The 5 Heartaches Every Photographer Should Have (only once)

1. The Time You Lost An Important Bid To Someone Else

You want this job. You’ve been working towards building your business in this field, and this job will be perfect for your resume. You know you could instantly walk into a dozen other places and start photographing … when you can tell them you’ve done this job. So you spend hours on the bid. You make sure its perfect in every way. You stay in touch with the decision makers. You promise everything you know they want. You send the bid off. And you wait. And wait.

Nobody likes the feeling that comes with not getting the job. Yet in some aspects, it may be the best thing. Maybe you were meant to take on a different job. Or connect with a different person. What did you learn from this? If you know the person you applied to, ask if they can give you 5 minutes to learn why your bid wasn’t accepted. Yes, it may be because of your lack of experience. But it might also be because the boss’s daughter has decided to try photography and they gave her the job without any experience. Learning the real reason can help you move forward and plan for the next opportunity. Don’t take it to heart – in every case there is something to learn.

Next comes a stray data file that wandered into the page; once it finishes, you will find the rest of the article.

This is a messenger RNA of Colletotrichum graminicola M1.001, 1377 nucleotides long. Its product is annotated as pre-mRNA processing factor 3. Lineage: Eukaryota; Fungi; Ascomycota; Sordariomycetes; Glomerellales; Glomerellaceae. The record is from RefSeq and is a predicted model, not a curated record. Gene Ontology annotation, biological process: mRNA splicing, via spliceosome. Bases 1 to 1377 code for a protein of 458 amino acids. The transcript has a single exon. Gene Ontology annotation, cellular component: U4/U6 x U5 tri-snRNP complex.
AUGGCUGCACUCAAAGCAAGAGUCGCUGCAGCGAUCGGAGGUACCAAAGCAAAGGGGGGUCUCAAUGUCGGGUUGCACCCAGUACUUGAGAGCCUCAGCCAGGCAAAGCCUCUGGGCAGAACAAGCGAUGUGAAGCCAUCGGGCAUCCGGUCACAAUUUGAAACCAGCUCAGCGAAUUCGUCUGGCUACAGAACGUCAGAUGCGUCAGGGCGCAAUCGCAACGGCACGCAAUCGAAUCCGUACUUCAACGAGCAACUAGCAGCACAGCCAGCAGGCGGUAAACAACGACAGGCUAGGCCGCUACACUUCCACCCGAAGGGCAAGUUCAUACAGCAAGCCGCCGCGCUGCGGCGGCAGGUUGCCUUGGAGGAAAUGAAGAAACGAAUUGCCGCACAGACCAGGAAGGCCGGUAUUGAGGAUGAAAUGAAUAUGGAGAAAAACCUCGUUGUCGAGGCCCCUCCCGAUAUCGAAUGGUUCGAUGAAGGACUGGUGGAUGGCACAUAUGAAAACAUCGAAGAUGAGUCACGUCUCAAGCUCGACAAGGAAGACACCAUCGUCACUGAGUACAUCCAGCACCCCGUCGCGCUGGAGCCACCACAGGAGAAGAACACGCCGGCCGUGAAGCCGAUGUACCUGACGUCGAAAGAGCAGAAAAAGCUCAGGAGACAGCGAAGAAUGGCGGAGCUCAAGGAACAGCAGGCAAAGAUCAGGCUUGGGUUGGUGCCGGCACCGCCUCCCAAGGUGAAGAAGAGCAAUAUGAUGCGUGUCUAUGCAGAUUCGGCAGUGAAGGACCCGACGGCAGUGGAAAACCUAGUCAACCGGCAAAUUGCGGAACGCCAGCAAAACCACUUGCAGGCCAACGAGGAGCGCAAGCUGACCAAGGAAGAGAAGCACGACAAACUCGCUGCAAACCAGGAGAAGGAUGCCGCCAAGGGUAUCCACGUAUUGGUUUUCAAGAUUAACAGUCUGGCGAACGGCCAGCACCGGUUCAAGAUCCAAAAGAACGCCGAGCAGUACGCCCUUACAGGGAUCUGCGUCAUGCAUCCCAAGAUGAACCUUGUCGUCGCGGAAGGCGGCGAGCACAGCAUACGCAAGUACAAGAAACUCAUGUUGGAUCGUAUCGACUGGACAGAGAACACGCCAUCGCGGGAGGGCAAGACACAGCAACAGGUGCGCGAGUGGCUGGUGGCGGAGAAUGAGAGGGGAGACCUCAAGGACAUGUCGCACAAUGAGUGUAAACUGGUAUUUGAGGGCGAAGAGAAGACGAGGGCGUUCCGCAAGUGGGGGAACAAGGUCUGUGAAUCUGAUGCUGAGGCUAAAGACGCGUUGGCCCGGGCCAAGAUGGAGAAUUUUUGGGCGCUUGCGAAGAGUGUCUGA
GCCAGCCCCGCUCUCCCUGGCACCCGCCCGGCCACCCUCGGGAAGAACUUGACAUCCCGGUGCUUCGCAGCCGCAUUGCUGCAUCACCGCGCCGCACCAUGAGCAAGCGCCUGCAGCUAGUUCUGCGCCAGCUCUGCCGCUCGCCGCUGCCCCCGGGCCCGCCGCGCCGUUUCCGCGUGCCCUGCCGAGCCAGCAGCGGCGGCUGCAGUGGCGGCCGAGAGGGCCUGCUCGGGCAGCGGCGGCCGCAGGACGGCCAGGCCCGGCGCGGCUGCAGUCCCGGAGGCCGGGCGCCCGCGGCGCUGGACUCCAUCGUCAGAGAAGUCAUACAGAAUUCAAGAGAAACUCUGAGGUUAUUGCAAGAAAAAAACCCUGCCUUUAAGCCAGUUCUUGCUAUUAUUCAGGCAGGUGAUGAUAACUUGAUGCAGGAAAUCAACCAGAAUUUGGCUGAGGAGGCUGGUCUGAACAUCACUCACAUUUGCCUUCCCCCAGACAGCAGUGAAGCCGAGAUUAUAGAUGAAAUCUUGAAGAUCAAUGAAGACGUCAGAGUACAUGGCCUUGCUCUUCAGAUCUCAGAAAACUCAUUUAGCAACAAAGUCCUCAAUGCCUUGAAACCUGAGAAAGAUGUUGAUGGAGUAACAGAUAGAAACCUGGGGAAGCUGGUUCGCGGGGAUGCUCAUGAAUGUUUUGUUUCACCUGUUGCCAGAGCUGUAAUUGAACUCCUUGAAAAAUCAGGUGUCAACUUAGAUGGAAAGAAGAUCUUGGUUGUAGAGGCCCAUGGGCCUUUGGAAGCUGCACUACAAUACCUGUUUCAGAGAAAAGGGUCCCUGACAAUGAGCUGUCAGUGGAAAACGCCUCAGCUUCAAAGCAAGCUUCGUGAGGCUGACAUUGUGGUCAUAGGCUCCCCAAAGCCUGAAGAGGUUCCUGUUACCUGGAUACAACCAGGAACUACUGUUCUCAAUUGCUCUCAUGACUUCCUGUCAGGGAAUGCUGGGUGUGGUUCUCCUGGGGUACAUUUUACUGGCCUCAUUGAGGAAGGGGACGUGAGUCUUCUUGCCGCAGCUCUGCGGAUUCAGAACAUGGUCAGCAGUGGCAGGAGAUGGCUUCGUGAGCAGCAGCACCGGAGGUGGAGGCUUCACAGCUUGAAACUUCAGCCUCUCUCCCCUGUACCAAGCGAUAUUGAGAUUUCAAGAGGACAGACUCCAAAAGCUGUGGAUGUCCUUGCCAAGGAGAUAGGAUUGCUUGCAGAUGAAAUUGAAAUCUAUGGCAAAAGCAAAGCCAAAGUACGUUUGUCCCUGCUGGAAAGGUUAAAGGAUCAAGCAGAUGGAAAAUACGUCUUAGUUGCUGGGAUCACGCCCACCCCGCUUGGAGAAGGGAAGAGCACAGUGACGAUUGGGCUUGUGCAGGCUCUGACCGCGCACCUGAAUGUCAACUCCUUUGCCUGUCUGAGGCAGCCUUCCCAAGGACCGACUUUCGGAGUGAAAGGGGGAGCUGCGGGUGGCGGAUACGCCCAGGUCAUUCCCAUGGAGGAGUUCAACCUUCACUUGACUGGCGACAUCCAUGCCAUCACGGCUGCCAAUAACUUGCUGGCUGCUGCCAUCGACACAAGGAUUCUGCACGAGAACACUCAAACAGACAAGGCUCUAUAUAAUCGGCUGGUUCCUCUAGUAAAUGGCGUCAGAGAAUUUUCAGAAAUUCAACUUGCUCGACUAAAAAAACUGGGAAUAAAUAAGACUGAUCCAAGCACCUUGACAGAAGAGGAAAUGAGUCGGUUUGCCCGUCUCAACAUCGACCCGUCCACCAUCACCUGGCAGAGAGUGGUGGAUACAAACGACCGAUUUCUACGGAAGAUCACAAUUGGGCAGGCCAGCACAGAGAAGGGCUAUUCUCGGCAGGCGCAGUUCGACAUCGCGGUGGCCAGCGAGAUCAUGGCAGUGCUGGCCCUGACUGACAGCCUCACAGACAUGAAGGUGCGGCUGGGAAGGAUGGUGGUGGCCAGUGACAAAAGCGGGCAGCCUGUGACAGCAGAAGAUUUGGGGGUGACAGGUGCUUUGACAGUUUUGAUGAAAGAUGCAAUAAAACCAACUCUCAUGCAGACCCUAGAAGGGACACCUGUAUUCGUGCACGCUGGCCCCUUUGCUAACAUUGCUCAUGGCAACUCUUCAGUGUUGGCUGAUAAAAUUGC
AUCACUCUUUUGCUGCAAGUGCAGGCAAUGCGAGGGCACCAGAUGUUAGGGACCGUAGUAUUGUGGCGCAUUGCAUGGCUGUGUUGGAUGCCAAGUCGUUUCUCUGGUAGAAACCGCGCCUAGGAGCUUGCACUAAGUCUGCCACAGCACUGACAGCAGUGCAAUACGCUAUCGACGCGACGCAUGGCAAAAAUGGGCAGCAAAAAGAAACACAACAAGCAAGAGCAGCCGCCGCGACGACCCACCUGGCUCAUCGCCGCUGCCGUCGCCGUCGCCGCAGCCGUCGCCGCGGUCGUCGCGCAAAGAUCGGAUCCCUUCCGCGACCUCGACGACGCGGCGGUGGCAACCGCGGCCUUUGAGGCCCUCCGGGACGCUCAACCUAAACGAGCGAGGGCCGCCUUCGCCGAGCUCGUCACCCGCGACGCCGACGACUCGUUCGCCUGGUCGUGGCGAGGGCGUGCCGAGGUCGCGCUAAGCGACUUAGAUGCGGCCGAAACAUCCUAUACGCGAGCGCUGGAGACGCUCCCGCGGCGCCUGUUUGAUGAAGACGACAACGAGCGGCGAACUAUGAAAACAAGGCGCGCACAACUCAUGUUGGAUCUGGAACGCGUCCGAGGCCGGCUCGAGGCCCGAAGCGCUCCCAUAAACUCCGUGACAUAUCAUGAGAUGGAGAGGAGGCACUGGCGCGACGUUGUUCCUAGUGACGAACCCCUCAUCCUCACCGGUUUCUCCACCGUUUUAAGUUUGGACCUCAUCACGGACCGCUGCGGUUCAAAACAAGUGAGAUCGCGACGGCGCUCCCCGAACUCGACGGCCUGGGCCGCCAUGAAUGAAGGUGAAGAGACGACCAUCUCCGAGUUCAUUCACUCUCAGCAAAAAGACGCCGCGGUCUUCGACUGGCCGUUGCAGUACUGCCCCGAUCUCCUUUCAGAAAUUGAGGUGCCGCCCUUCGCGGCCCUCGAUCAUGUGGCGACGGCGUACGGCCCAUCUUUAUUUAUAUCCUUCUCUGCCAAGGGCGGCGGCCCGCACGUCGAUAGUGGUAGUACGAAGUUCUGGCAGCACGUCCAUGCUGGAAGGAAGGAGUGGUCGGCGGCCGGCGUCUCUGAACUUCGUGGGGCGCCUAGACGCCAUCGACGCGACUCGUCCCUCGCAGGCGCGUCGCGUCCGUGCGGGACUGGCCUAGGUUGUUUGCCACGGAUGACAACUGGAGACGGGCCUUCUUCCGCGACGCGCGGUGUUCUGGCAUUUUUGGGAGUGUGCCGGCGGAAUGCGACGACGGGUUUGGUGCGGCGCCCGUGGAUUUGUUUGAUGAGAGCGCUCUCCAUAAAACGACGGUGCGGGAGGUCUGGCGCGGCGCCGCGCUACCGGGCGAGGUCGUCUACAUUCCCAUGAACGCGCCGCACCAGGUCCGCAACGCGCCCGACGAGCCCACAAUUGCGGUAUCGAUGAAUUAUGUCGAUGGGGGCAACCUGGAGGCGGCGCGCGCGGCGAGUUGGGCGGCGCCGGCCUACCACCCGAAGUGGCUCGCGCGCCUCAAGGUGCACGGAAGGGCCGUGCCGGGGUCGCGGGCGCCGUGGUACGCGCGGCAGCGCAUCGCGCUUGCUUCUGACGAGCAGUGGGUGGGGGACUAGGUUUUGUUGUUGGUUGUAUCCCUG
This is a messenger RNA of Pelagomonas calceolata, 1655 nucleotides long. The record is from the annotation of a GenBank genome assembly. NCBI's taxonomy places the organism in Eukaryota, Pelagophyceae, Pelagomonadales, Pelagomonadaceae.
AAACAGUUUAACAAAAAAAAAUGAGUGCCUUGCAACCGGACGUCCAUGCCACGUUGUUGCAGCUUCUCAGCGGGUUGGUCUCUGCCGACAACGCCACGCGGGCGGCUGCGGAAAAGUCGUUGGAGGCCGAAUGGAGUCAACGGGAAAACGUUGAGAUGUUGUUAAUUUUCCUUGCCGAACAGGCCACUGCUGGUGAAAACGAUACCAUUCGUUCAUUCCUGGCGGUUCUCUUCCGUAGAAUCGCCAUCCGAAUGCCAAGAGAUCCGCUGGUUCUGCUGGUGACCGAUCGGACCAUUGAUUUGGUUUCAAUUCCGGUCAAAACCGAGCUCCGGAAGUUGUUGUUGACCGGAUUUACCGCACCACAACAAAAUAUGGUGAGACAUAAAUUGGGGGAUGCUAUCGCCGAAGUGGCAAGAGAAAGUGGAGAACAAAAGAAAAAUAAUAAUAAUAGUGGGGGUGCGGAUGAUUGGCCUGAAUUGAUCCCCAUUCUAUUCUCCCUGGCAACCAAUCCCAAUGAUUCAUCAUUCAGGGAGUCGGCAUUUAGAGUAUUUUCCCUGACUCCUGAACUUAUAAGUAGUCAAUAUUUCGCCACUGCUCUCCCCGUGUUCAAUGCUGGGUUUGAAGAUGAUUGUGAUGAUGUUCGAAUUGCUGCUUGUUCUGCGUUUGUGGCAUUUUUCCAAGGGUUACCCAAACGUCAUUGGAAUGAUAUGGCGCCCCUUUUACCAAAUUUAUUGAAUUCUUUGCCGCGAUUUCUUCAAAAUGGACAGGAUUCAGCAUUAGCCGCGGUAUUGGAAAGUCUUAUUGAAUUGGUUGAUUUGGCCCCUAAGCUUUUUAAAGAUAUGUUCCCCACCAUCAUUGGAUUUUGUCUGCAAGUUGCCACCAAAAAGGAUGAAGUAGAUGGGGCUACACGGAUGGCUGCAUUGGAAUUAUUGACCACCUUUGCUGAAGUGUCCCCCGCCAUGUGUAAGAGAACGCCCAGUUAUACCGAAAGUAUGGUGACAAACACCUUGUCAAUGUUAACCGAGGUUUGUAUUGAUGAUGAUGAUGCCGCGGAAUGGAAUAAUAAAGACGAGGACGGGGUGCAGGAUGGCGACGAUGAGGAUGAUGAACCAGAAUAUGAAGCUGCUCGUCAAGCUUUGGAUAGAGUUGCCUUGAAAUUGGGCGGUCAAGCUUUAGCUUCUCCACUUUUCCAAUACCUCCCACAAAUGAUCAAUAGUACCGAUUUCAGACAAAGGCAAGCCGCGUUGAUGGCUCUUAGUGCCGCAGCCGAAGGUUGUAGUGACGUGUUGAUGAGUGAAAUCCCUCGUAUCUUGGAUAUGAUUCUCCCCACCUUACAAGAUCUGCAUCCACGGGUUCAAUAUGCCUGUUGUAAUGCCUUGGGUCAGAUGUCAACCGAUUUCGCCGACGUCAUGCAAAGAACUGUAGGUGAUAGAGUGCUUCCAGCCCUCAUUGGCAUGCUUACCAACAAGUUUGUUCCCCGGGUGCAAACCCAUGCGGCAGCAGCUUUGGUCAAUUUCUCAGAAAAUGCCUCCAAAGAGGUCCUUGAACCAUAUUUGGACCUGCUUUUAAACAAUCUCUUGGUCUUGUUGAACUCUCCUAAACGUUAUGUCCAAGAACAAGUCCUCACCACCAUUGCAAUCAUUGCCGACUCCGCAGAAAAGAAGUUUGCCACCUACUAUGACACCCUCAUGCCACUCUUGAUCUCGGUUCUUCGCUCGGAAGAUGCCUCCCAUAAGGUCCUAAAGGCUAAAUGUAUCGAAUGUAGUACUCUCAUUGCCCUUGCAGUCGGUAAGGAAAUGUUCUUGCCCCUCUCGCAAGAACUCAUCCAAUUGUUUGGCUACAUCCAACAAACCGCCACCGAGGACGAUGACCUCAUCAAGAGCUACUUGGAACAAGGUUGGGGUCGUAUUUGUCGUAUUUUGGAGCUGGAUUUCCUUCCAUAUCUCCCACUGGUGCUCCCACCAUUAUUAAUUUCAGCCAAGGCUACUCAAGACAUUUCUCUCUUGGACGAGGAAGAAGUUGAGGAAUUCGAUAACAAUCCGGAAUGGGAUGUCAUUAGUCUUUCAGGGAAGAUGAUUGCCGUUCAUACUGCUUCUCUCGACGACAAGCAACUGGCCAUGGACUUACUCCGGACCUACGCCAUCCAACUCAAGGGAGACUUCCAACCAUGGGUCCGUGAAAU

2. The Time You Lost An Entire Project

One of the reasons Andrew and I ended up pursuing wedding photography was due to the loss we incurred at our own wedding. Our photographer was there from beginning to end, capturing things from a variety of angles. Yet when we picked up the proofs, the entire section at the church (ceremony and some formals) was missing. She lost several rolls of film – and a big chunk of our memories.

What would you do if your last wedding was stored on your computer … and it was stolen before you worked with the images? Or the flash card with every image from your last shoot fell out of your bag as you made your way through the airport? Losing the entire project is much harder to salvage than a piece of a project. But in either case, it pulls everything out of you. You learn people skills when dealing with your client. And it gives you “systems” skills for making sure that never happens again. [Read more…]